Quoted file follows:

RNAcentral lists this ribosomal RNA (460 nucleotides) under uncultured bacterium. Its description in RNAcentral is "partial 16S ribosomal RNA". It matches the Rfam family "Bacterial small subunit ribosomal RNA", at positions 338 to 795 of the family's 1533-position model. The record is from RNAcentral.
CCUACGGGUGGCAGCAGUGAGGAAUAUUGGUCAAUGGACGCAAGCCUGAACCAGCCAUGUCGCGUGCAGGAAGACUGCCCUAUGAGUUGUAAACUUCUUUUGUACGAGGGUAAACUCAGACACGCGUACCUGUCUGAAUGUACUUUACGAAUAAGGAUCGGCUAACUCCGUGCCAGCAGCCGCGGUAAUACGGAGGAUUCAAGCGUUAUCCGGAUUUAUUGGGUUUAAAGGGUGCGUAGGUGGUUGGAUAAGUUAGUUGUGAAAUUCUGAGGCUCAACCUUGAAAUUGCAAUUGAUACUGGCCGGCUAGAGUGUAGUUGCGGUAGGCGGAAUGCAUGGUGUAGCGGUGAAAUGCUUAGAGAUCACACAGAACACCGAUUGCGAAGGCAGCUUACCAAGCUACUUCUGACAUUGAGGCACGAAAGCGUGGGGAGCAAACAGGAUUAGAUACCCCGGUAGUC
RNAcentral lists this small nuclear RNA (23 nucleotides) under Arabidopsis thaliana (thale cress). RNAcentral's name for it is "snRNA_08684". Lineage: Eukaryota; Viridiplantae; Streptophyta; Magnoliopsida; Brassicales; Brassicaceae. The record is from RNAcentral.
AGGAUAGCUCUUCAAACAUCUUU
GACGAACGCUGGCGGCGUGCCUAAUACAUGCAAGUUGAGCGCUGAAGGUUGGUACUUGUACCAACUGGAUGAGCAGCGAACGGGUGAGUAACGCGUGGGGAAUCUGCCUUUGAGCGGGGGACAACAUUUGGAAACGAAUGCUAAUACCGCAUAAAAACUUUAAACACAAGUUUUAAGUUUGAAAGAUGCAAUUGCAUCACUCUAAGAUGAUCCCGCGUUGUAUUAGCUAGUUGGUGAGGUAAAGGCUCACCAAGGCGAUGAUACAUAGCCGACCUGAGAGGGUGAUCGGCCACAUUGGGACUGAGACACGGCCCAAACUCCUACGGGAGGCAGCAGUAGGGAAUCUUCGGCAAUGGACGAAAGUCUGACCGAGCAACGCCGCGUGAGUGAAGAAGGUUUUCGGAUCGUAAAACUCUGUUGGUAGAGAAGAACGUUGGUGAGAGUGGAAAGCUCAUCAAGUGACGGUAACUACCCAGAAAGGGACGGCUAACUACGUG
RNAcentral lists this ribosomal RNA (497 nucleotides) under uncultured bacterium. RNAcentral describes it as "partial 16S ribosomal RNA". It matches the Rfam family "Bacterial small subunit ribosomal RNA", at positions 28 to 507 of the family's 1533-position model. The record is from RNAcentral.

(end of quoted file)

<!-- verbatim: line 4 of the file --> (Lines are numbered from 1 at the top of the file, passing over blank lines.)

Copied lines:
AGGAUAGCUCUUCAAACAUCUUU